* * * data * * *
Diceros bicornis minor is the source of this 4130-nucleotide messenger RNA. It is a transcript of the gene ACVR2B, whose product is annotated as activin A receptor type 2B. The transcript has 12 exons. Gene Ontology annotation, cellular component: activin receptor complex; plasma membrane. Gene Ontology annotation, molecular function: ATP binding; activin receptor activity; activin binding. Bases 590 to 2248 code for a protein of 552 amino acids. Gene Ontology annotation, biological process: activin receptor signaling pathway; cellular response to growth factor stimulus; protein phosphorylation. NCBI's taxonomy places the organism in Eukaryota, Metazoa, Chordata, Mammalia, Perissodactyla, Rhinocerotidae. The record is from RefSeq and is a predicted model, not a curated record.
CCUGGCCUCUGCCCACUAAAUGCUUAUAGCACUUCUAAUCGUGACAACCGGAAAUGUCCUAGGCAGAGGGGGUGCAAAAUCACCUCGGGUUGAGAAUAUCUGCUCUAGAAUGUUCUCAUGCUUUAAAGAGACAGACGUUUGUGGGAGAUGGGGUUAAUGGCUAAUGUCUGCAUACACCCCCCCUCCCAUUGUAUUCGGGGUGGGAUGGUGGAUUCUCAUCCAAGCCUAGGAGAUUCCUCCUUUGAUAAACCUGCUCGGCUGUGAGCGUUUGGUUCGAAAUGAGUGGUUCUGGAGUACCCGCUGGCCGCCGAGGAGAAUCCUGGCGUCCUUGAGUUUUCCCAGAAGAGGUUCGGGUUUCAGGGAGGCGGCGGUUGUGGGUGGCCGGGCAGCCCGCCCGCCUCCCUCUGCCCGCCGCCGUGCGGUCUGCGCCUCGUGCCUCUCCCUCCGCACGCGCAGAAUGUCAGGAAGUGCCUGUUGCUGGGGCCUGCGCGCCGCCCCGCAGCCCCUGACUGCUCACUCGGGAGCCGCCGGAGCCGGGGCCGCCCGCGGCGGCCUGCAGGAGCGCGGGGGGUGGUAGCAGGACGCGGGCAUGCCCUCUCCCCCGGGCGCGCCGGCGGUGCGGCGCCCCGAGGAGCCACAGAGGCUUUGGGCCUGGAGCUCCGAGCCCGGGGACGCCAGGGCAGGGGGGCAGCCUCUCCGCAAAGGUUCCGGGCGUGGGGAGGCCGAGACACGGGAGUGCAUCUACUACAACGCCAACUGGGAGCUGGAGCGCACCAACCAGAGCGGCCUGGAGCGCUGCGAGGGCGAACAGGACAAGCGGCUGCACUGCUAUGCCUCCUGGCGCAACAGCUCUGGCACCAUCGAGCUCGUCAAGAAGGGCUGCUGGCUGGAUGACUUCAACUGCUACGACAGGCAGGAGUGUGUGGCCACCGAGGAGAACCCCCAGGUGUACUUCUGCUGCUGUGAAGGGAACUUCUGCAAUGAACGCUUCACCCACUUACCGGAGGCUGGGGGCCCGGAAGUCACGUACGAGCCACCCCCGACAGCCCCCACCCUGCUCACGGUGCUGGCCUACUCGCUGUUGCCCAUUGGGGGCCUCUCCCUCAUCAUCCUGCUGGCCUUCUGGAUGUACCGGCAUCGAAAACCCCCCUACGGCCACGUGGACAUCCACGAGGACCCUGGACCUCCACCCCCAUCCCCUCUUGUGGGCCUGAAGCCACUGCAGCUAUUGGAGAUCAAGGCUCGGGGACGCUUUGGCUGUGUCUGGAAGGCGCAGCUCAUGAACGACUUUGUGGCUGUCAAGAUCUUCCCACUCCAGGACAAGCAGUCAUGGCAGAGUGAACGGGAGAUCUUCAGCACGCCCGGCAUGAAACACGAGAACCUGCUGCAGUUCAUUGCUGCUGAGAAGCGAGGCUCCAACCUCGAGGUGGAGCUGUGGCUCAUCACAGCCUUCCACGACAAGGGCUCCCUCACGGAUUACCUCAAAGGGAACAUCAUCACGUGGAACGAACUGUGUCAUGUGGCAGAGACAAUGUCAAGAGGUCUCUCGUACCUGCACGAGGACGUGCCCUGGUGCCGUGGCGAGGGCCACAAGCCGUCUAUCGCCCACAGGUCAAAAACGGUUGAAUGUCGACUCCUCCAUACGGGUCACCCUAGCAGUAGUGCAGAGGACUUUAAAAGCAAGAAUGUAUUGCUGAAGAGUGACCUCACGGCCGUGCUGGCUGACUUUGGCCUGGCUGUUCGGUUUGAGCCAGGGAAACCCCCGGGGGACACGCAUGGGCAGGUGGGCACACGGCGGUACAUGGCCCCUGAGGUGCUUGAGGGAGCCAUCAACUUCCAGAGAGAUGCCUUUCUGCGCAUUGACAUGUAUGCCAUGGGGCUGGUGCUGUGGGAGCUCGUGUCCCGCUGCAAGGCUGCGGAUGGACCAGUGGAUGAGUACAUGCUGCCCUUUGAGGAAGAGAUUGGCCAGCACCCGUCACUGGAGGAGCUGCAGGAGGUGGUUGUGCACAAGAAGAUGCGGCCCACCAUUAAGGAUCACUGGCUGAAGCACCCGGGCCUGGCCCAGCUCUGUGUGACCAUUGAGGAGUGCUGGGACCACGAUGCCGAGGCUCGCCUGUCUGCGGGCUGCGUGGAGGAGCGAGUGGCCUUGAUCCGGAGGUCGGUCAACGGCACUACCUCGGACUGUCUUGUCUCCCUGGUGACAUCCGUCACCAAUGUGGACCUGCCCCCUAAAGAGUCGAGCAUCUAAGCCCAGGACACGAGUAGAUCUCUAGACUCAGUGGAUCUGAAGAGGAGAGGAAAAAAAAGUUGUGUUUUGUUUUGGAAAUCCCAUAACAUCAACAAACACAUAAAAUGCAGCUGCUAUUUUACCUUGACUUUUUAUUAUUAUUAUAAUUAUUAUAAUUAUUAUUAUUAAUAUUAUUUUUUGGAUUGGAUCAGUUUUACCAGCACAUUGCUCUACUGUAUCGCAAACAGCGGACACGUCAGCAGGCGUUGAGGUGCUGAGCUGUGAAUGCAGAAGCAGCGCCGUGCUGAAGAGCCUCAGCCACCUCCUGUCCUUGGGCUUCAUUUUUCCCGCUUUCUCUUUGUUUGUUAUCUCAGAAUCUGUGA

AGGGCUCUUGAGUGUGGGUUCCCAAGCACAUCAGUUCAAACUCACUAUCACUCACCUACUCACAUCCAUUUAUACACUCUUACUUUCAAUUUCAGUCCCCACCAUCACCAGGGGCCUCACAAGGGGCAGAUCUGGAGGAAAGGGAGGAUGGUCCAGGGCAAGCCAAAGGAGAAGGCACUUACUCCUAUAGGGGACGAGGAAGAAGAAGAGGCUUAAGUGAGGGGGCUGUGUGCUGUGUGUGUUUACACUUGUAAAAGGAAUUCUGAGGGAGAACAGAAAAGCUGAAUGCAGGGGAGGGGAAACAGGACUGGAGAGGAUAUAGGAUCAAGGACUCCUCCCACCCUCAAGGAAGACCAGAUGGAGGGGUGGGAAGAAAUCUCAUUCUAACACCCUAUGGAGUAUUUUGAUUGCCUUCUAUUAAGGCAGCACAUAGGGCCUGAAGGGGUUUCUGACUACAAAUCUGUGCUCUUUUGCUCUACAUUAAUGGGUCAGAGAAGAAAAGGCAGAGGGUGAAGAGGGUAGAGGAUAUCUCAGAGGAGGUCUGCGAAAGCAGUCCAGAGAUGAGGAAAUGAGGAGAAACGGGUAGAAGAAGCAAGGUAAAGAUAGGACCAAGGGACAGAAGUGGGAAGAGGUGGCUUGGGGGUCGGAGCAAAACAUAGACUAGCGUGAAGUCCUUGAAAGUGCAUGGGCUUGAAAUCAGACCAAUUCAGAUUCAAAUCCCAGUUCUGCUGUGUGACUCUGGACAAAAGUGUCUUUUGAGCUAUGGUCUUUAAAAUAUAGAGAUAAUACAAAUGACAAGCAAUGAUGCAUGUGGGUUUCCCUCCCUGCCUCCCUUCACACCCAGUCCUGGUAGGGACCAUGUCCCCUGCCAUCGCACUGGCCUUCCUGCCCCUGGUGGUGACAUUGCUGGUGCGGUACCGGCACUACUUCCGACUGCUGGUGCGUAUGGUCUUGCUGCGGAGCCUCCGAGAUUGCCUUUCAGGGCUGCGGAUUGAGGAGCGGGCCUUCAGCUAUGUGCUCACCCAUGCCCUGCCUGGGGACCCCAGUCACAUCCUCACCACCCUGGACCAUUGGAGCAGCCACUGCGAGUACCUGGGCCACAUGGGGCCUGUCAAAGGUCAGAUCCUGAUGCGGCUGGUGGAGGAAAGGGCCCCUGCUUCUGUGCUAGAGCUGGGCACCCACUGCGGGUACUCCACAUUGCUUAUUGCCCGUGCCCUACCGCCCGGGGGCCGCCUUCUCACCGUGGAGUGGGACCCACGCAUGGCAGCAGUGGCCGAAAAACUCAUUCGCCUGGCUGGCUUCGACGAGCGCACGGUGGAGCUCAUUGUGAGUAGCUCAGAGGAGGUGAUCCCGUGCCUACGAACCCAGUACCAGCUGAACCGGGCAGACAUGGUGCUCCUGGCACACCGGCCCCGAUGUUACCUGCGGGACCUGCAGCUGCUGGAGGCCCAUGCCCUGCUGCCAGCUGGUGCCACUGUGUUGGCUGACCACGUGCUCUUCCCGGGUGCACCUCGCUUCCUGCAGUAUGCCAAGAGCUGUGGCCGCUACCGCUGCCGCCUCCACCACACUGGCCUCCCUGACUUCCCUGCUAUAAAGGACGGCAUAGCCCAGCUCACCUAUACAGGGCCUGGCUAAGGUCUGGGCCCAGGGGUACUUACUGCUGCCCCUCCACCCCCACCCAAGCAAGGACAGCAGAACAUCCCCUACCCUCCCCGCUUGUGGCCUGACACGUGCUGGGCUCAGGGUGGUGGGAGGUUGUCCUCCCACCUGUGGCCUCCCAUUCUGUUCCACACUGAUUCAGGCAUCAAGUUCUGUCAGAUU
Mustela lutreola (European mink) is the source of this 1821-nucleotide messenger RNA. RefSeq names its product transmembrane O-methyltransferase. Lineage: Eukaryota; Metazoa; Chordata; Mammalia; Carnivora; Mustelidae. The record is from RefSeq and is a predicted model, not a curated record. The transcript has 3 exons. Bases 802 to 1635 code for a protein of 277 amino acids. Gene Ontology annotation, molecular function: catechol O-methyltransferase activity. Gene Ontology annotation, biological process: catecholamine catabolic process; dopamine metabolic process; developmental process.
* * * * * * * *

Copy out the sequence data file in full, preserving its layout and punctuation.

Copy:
Diceros bicornis minor is the source of this 4130-nucleotide messenger RNA. It is a transcript of the gene ACVR2B, whose product is annotated as activin A receptor type 2B. The transcript has 12 exons. Gene Ontology annotation, cellular component: activin receptor complex; plasma membrane. Gene Ontology annotation, molecular function: ATP binding; activin receptor activity; activin binding. Bases 590 to 2248 code for a protein of 552 amino acids. Gene Ontology annotation, biological process: activin receptor signaling pathway; cellular response to growth factor stimulus; protein phosphorylation. NCBI's taxonomy places the organism in Eukaryota, Metazoa, Chordata, Mammalia, Perissodactyla, Rhinocerotidae. The record is from RefSeq and is a predicted model, not a curated record.
CCUGGCCUCUGCCCACUAAAUGCUUAUAGCACUUCUAAUCGUGACAACCGGAAAUGUCCUAGGCAGAGGGGGUGCAAAAUCACCUCGGGUUGAGAAUAUCUGCUCUAGAAUGUUCUCAUGCUUUAAAGAGACAGACGUUUGUGGGAGAUGGGGUUAAUGGCUAAUGUCUGCAUACACCCCCCCUCCCAUUGUAUUCGGGGUGGGAUGGUGGAUUCUCAUCCAAGCCUAGGAGAUUCCUCCUUUGAUAAACCUGCUCGGCUGUGAGCGUUUGGUUCGAAAUGAGUGGUUCUGGAGUACCCGCUGGCCGCCGAGGAGAAUCCUGGCGUCCUUGAGUUUUCCCAGAAGAGGUUCGGGUUUCAGGGAGGCGGCGGUUGUGGGUGGCCGGGCAGCCCGCCCGCCUCCCUCUGCCCGCCGCCGUGCGGUCUGCGCCUCGUGCCUCUCCCUCCGCACGCGCAGAAUGUCAGGAAGUGCCUGUUGCUGGGGCCUGCGCGCCGCCCCGCAGCCCCUGACUGCUCACUCGGGAGCCGCCGGAGCCGGGGCCGCCCGCGGCGGCCUGCAGGAGCGCGGGGGGUGGUAGCAGGACGCGGGCAUGCCCUCUCCCCCGGGCGCGCCGGCGGUGCGGCGCCCCGAGGAGCCACAGAGGCUUUGGGCCUGGAGCUCCGAGCCCGGGGACGCCAGGGCAGGGGGGCAGCCUCUCCGCAAAGGUUCCGGGCGUGGGGAGGCCGAGACACGGGAGUGCAUCUACUACAACGCCAACUGGGAGCUGGAGCGCACCAACCAGAGCGGCCUGGAGCGCUGCGAGGGCGAACAGGACAAGCGGCUGCACUGCUAUGCCUCCUGGCGCAACAGCUCUGGCACCAUCGAGCUCGUCAAGAAGGGCUGCUGGCUGGAUGACUUCAACUGCUACGACAGGCAGGAGUGUGUGGCCACCGAGGAGAACCCCCAGGUGUACUUCUGCUGCUGUGAAGGGAACUUCUGCAAUGAACGCUUCACCCACUUACCGGAGGCUGGGGGCCCGGAAGUCACGUACGAGCCACCCCCGACAGCCCCCACCCUGCUCACGGUGCUGGCCUACUCGCUGUUGCCCAUUGGGGGCCUCUCCCUCAUCAUCCUGCUGGCCUUCUGGAUGUACCGGCAUCGAAAACCCCCCUACGGCCACGUGGACAUCCACGAGGACCCUGGACCUCCACCCCCAUCCCCUCUUGUGGGCCUGAAGCCACUGCAGCUAUUGGAGAUCAAGGCUCGGGGACGCUUUGGCUGUGUCUGGAAGGCGCAGCUCAUGAACGACUUUGUGGCUGUCAAGAUCUUCCCACUCCAGGACAAGCAGUCAUGGCAGAGUGAACGGGAGAUCUUCAGCACGCCCGGCAUGAAACACGAGAACCUGCUGCAGUUCAUUGCUGCUGAGAAGCGAGGCUCCAACCUCGAGGUGGAGCUGUGGCUCAUCACAGCCUUCCACGACAAGGGCUCCCUCACGGAUUACCUCAAAGGGAACAUCAUCACGUGGAACGAACUGUGUCAUGUGGCAGAGACAAUGUCAAGAGGUCUCUCGUACCUGCACGAGGACGUGCCCUGGUGCCGUGGCGAGGGCCACAAGCCGUCUAUCGCCCACAGGUCAAAAACGGUUGAAUGUCGACUCCUCCAUACGGGUCACCCUAGCAGUAGUGCAGAGGACUUUAAAAGCAAGAAUGUAUUGCUGAAGAGUGACCUCACGGCCGUGCUGGCUGACUUUGGCCUGGCUGUUCGGUUUGAGCCAGGGAAACCCCCGGGGGACACGCAUGGGCAGGUGGGCACACGGCGGUACAUGGCCCCUGAGGUGCUUGAGGGAGCCAUCAACUUCCAGAGAGAUGCCUUUCUGCGCAUUGACAUGUAUGCCAUGGGGCUGGUGCUGUGGGAGCUCGUGUCCCGCUGCAAGGCUGCGGAUGGACCAGUGGAUGAGUACAUGCUGCCCUUUGAGGAAGAGAUUGGCCAGCACCCGUCACUGGAGGAGCUGCAGGAGGUGGUUGUGCACAAGAAGAUGCGGCCCACCAUUAAGGAUCACUGGCUGAAGCACCCGGGCCUGGCCCAGCUCUGUGUGACCAUUGAGGAGUGCUGGGACCACGAUGCCGAGGCUCGCCUGUCUGCGGGCUGCGUGGAGGAGCGAGUGGCCUUGAUCCGGAGGUCGGUCAACGGCACUACCUCGGACUGUCUUGUCUCCCUGGUGACAUCCGUCACCAAUGUGGACCUGCCCCCUAAAGAGUCGAGCAUCUAAGCCCAGGACACGAGUAGAUCUCUAGACUCAGUGGAUCUGAAGAGGAGAGGAAAAAAAAGUUGUGUUUUGUUUUGGAAAUCCCAUAACAUCAACAAACACAUAAAAUGCAGCUGCUAUUUUACCUUGACUUUUUAUUAUUAUUAUAAUUAUUAUAAUUAUUAUUAUUAAUAUUAUUUUUUGGAUUGGAUCAGUUUUACCAGCACAUUGCUCUACUGUAUCGCAAACAGCGGACACGUCAGCAGGCGUUGAGGUGCUGAGCUGUGAAUGCAGAAGCAGCGCCGUGCUGAAGAGCCUCAGCCACCUCCUGUCCUUGGGCUUCAUUUUUCCCGCUUUCUCUUUGUUUGUUAUCUCAGAAUCUGUGA

AGGGCUCUUGAGUGUGGGUUCCCAAGCACAUCAGUUCAAACUCACUAUCACUCACCUACUCACAUCCAUUUAUACACUCUUACUUUCAAUUUCAGUCCCCACCAUCACCAGGGGCCUCACAAGGGGCAGAUCUGGAGGAAAGGGAGGAUGGUCCAGGGCAAGCCAAAGGAGAAGGCACUUACUCCUAUAGGGGACGAGGAAGAAGAAGAGGCUUAAGUGAGGGGGCUGUGUGCUGUGUGUGUUUACACUUGUAAAAGGAAUUCUGAGGGAGAACAGAAAAGCUGAAUGCAGGGGAGGGGAAACAGGACUGGAGAGGAUAUAGGAUCAAGGACUCCUCCCACCCUCAAGGAAGACCAGAUGGAGGGGUGGGAAGAAAUCUCAUUCUAACACCCUAUGGAGUAUUUUGAUUGCCUUCUAUUAAGGCAGCACAUAGGGCCUGAAGGGGUUUCUGACUACAAAUCUGUGCUCUUUUGCUCUACAUUAAUGGGUCAGAGAAGAAAAGGCAGAGGGUGAAGAGGGUAGAGGAUAUCUCAGAGGAGGUCUGCGAAAGCAGUCCAGAGAUGAGGAAAUGAGGAGAAACGGGUAGAAGAAGCAAGGUAAAGAUAGGACCAAGGGACAGAAGUGGGAAGAGGUGGCUUGGGGGUCGGAGCAAAACAUAGACUAGCGUGAAGUCCUUGAAAGUGCAUGGGCUUGAAAUCAGACCAAUUCAGAUUCAAAUCCCAGUUCUGCUGUGUGACUCUGGACAAAAGUGUCUUUUGAGCUAUGGUCUUUAAAAUAUAGAGAUAAUACAAAUGACAAGCAAUGAUGCAUGUGGGUUUCCCUCCCUGCCUCCCUUCACACCCAGUCCUGGUAGGGACCAUGUCCCCUGCCAUCGCACUGGCCUUCCUGCCCCUGGUGGUGACAUUGCUGGUGCGGUACCGGCACUACUUCCGACUGCUGGUGCGUAUGGUCUUGCUGCGGAGCCUCCGAGAUUGCCUUUCAGGGCUGCGGAUUGAGGAGCGGGCCUUCAGCUAUGUGCUCACCCAUGCCCUGCCUGGGGACCCCAGUCACAUCCUCACCACCCUGGACCAUUGGAGCAGCCACUGCGAGUACCUGGGCCACAUGGGGCCUGUCAAAGGUCAGAUCCUGAUGCGGCUGGUGGAGGAAAGGGCCCCUGCUUCUGUGCUAGAGCUGGGCACCCACUGCGGGUACUCCACAUUGCUUAUUGCCCGUGCCCUACCGCCCGGGGGCCGCCUUCUCACCGUGGAGUGGGACCCACGCAUGGCAGCAGUGGCCGAAAAACUCAUUCGCCUGGCUGGCUUCGACGAGCGCACGGUGGAGCUCAUUGUGAGUAGCUCAGAGGAGGUGAUCCCGUGCCUACGAACCCAGUACCAGCUGAACCGGGCAGACAUGGUGCUCCUGGCACACCGGCCCCGAUGUUACCUGCGGGACCUGCAGCUGCUGGAGGCCCAUGCCCUGCUGCCAGCUGGUGCCACUGUGUUGGCUGACCACGUGCUCUUCCCGGGUGCACCUCGCUUCCUGCAGUAUGCCAAGAGCUGUGGCCGCUACCGCUGCCGCCUCCACCACACUGGCCUCCCUGACUUCCCUGCUAUAAAGGACGGCAUAGCCCAGCUCACCUAUACAGGGCCUGGCUAAGGUCUGGGCCCAGGGGUACUUACUGCUGCCCCUCCACCCCCACCCAAGCAAGGACAGCAGAACAUCCCCUACCCUCCCCGCUUGUGGCCUGACACGUGCUGGGCUCAGGGUGGUGGGAGGUUGUCCUCCCACCUGUGGCCUCCCAUUCUGUUCCACACUGAUUCAGGCAUCAAGUUCUGUCAGAUU
Mustela lutreola (European mink) is the source of this 1821-nucleotide messenger RNA. RefSeq names its product transmembrane O-methyltransferase. Lineage: Eukaryota; Metazoa; Chordata; Mammalia; Carnivora; Mustelidae. The record is from RefSeq and is a predicted model, not a curated record. The transcript has 3 exons. Bases 802 to 1635 code for a protein of 277 amino acids. Gene Ontology annotation, molecular function: catechol O-methyltransferase activity. Gene Ontology annotation, biological process: catecholamine catabolic process; dopamine metabolic process; developmental process.